Building the module then would consist of soldering few wires, mounting the diode into some kind of module for optics, and usually adding some heatsinking to the diode module and driver. Any part can be then tested for stability alone (you can measure driver output for example), any part can be replaced, and I bet it's going to be cheaper then pre-made lab module.

As for the output stability .. what level of stability do you need ? What level of instability do you have ?

The instability really can be caused by anything, it can be the diode, it can be the driver, it can be the source (but good driver should fix that), it could even be optics changing shape with temperature (unlikely at 20mw). Also your module might be faulty and have some bad contact somewhere. I'm afraid until you treat laser unit as a black box, we won't know more, except for trying another one.

Btw. generally any laser is sensitive to heavy vibration. Is it important for the experiment to have laser mounted on the rig ? Couldn't it be stationed elsewhere with just a mirror on the rig for example ?
 
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lasersbee

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I saw that you are looking for a stable Class II Laser for your
application. A higher class Laser could be attenuated with
some appropriate optical filters.

I would go with a Laser Module that uses an APC Circuit for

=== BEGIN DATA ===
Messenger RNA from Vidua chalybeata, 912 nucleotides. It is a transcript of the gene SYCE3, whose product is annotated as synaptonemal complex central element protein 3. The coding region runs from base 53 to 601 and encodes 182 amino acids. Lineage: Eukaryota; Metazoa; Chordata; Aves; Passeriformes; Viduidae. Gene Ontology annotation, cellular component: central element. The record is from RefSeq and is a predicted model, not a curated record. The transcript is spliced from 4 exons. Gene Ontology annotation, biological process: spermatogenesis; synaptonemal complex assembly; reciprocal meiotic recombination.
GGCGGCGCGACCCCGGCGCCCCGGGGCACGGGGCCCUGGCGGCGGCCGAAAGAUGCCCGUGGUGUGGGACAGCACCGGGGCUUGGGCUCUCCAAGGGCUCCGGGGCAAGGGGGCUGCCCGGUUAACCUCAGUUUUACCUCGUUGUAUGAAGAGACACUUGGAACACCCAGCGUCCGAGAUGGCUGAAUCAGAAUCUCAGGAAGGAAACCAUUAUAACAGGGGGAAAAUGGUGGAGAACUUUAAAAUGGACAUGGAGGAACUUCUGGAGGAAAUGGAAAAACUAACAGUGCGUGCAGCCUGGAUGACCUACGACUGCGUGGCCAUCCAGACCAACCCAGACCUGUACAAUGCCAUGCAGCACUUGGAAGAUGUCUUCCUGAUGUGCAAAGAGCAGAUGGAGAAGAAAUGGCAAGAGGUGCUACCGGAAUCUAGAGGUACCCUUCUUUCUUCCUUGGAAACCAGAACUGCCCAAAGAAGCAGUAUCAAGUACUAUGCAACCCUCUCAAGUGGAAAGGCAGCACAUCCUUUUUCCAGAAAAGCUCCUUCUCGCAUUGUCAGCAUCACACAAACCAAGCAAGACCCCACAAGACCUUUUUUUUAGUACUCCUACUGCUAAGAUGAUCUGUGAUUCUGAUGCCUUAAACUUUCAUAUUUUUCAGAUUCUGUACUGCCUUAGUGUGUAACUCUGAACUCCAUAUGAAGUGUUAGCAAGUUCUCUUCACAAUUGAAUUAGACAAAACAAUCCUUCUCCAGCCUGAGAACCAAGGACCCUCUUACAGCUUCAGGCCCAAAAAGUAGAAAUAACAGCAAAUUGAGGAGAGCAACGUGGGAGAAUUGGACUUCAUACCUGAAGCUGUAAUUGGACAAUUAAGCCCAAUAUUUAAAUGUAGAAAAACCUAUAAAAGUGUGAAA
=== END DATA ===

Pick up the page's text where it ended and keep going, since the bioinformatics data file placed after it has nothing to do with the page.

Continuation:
Laser output stability.
Any changing temperatures or voltages within specs should
be compensated by the APC.

The price differences can be attributed to :-

1) A pristine brand new single quantity LD from the Manufacturer

2) A LD ripped out of some electronic consumer device.

3) General Gouging

There are a lot of Laser suppliers on the market.
The trick is to do your homework to find the most suitable
one for your needs..
Google is a charm...


Jerry

You can contact us at any time on our Website: J.BAUER Electronics
 
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Thanks for the input thus far!

@DrSid

I am talking about output power of <1mW, so heating up should not be an issue. However, the surrounding conditions can incorporate large changes in temperature (but still within the specs of most laser diodes).

The drift of the power should be less 1% over a time of about 2 hours or even longer. At the moment, I experience large deviations at power-on of up to 10% and minor deviations after some time of about 3% (I usually allow the laser 10-15 minutes to "settle").

Unfortunately, the laser needs to be mounted on the rig, so detatching is no option.



@ lasersbee

You are absolutely right that there are a lot of lasers out there, but that's the problem at the same time. Oftentimes, it is absolutely not obvious what the differences are between two modules with one costing 50$ and another costing 500$.

So generally speaking, do you think an APC laser diode module will do the trick or do I need to pay attention to something else? Is there a ball park number of price I need to pay at least to get what I want in terms of stability and quality or is this up to personal luck?

Cheers
 

lasersbee

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Back around 1988 I bought a 5mW Laser for nearly $200.00
that was APC circuit controlled.
It was necessary to build the Laser Diode that way to protect
it since it cost so much.

Today you can find APC protected LDs for a LOT less...
Like I said Google is the place to start...
I just did a 3 second Google search and found this .PDF with
some specs...

Home - Laser Components GmbH

You will need to bite the bullet and chose a LD and do some
of your own testing since I really don't know what your
project application is.


Jerry

You can contact us at any time on our Website: J.BAUER Electronics